Grand Guignol Comes Back With A Vengeance
Over the next two months, eight plays – that’s two lots of four – are being unleashed on unsuspecting Londoners. At the Soho Theatre there will be another four tales of terror by well-known authors at Terrorfest. This is in its third year – the first was great, the second terrible, so we’re hoping this year is back to form. And in Shoreditch they’re reviving horror theatre for a second year in’The Revenge of Grand Guignol’.
Coincidentally, this is a subject I cover in the new Bryant & May book. The original Grand Guignol was built in the Pigalle, in Paris at the end of the nineteenth century, by a man called Oscar Metenier. This vaudeville of horror staged a program of one-act plays that featured murder of all kinds – matricide, infanticide, kidnap. The scenes were graphically depicted on stage, and were so realistic that audience members regularly used to pass out.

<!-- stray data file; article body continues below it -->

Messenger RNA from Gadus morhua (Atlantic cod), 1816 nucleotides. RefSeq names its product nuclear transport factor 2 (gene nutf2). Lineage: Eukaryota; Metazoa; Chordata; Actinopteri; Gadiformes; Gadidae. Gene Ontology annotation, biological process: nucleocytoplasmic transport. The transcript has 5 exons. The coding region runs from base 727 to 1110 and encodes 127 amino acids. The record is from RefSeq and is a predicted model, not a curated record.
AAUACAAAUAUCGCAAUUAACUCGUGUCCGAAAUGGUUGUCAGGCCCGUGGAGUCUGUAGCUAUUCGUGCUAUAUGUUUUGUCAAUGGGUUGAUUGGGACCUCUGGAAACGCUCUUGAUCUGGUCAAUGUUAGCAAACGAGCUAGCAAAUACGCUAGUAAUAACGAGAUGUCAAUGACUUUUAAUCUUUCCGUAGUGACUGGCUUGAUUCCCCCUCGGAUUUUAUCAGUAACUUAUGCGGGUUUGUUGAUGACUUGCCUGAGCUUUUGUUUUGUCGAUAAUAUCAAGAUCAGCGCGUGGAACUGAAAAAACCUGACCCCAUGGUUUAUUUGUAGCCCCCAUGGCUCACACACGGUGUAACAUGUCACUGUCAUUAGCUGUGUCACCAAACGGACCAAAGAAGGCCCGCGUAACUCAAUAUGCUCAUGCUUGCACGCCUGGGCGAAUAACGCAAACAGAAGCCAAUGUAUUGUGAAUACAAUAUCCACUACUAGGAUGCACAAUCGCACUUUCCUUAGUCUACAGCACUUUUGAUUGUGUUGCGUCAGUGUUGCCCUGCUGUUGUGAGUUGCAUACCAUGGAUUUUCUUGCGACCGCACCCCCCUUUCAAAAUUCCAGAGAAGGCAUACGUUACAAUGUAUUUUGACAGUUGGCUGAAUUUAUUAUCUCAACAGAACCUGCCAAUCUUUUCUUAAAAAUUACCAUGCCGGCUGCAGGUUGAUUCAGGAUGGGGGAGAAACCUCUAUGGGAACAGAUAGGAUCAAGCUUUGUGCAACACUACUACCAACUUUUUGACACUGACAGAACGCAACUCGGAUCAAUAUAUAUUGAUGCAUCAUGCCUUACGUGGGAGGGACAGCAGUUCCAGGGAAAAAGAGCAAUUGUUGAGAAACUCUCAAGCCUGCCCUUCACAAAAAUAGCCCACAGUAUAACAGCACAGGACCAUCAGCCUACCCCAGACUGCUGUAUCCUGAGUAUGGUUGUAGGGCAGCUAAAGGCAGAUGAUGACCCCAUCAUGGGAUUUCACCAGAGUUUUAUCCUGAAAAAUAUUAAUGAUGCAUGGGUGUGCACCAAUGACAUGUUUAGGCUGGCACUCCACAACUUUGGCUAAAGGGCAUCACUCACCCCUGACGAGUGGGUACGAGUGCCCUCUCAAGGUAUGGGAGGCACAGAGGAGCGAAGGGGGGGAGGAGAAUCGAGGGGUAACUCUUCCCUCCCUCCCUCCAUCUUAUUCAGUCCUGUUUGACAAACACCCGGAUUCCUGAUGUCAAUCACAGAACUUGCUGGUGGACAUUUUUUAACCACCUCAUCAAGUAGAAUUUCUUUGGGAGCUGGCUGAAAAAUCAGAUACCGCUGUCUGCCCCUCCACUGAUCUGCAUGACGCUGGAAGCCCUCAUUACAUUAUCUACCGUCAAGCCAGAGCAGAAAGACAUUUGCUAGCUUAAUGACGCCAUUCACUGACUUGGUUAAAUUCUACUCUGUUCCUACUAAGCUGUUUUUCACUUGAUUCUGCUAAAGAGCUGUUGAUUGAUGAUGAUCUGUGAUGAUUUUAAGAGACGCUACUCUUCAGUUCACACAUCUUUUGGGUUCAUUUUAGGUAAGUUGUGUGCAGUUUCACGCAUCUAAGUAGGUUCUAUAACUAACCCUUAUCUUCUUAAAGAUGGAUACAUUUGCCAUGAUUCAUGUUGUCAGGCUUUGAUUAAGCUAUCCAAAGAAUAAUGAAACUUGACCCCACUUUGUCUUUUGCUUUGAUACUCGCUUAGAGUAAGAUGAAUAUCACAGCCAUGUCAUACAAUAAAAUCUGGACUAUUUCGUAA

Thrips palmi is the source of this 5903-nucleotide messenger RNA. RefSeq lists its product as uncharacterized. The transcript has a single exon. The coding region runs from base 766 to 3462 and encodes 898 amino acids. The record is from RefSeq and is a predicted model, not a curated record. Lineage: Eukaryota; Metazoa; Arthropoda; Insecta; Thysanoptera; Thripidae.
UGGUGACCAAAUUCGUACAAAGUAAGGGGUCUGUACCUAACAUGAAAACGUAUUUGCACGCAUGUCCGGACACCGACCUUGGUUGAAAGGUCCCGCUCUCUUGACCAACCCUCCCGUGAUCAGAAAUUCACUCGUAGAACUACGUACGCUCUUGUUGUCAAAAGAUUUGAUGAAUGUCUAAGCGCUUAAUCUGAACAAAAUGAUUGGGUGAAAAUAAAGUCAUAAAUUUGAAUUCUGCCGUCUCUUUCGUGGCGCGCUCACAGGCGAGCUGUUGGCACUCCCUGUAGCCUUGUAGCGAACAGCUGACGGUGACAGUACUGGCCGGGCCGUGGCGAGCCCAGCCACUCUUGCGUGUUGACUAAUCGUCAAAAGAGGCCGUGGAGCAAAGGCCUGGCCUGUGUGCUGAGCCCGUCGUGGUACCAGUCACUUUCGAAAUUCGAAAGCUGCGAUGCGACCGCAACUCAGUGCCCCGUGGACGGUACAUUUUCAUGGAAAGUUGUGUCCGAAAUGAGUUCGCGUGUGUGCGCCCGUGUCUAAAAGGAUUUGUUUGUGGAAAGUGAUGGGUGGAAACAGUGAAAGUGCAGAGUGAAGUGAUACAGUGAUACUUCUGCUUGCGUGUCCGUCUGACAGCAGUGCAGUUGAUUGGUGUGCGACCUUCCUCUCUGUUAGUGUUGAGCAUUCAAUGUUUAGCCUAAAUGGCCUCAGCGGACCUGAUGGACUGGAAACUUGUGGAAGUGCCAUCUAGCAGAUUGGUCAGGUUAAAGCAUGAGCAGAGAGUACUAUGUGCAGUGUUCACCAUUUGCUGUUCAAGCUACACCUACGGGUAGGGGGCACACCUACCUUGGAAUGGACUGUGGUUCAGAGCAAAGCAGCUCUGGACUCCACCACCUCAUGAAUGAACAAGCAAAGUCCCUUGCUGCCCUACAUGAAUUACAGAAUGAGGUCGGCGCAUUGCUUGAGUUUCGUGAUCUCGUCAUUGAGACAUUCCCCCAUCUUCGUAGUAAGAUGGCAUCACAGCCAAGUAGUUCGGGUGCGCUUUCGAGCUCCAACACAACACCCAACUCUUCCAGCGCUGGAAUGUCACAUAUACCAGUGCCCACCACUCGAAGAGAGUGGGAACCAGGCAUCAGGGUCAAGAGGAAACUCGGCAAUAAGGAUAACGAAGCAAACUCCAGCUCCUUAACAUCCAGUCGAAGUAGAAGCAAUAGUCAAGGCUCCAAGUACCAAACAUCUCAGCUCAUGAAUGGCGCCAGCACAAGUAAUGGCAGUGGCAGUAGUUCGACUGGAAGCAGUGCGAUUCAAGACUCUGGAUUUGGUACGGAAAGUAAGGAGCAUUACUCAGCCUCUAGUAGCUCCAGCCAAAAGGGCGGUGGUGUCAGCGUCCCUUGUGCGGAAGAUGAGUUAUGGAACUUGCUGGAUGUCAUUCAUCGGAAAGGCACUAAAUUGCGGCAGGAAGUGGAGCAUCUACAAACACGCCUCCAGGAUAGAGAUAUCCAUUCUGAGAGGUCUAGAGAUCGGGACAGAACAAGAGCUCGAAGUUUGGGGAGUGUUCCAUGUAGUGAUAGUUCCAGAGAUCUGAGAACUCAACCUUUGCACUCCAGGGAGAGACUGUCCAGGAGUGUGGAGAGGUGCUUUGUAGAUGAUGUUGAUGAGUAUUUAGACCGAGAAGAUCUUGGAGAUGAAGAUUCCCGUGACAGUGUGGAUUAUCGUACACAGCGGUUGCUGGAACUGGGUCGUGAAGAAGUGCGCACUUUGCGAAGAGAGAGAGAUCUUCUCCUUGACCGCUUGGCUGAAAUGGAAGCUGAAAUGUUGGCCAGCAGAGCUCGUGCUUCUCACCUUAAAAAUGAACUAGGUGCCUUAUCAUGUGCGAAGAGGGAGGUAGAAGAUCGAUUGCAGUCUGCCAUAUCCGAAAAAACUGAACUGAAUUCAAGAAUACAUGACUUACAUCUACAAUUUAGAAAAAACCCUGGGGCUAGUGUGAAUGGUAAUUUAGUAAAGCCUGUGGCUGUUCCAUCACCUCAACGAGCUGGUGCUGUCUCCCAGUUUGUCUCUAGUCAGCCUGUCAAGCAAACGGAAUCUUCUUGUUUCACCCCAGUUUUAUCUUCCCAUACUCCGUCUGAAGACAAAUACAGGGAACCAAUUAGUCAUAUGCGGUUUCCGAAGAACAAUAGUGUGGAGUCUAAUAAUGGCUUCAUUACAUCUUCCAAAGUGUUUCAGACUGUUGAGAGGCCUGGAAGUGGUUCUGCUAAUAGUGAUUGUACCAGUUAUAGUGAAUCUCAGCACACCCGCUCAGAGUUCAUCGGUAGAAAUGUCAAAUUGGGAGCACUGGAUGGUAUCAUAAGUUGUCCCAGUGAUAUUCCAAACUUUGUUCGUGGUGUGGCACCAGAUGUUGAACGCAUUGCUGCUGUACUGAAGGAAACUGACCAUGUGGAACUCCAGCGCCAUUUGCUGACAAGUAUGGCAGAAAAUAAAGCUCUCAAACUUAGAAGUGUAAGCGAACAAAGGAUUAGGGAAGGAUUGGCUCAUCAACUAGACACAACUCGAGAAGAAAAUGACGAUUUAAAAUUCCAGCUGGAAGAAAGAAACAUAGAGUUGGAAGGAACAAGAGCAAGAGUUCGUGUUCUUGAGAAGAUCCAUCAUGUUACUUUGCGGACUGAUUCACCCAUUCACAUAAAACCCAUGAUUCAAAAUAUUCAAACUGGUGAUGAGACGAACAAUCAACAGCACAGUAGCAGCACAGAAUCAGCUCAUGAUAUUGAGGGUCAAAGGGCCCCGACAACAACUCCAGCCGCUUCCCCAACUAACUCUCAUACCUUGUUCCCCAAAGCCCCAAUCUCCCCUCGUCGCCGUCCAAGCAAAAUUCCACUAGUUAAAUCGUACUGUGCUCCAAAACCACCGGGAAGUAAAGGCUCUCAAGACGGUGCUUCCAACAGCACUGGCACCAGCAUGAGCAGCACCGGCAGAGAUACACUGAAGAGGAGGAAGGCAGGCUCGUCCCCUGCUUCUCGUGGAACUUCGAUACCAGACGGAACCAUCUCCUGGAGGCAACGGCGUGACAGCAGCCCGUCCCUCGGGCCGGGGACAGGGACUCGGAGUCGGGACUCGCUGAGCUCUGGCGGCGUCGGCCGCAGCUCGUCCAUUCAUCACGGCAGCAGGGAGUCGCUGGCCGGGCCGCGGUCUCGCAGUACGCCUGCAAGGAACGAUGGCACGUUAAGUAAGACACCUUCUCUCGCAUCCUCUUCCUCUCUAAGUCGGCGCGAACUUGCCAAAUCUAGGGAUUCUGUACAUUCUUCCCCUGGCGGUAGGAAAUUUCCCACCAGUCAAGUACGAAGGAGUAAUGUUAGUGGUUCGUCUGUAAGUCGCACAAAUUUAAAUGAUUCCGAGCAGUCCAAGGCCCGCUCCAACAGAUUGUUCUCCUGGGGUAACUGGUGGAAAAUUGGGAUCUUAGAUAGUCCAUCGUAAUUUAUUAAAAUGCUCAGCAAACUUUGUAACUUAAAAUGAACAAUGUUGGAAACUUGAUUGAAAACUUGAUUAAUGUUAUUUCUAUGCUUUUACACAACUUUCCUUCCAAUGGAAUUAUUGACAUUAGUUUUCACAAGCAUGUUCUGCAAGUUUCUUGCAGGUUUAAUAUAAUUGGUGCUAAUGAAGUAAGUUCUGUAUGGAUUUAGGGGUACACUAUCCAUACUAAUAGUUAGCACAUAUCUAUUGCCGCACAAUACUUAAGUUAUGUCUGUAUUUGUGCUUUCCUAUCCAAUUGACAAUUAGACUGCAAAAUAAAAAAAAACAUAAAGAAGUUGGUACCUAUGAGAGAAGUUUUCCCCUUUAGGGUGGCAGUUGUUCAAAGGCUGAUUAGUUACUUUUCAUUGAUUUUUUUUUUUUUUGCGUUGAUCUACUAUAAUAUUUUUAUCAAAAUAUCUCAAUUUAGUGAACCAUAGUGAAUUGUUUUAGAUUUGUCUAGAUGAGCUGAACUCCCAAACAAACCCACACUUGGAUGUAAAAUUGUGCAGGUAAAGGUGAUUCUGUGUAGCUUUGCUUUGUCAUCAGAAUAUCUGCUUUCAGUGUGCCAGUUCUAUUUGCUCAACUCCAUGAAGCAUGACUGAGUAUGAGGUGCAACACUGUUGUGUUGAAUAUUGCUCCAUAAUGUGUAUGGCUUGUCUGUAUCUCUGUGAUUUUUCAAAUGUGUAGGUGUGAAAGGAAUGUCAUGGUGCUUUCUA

The Grand Guignol was a huge success for the next twenty years, so it was brought across the Channel, and staged in what was then known as the Little Theatre in London. But we had a Lord Chamberlain who censored plays, and he refused a license to any play he considered dangerous to the morals of the public. So the Grand Guignol at the Little Theatre highlighted the psychological cruelty of the characters, rather than showing blood and sex.
In two years they staged eight series of plays, and many more were turned down. Altogether, forty three plays were seen here. Most of them were psychological studies of damaged people. The theatre attracted famous names, even though it drew adverse critical reviews and caused a scandal.
Noel Coward wrote a play for the Little Theatre called ‘The Better Half’, and Dame Sybil Thorndyke appeared in many of them. For four years, young Londoners came here to be shocked. Eventually, the Lord Chamberlain got fed up with what he considered an affront to human decency, and the theatre had to close.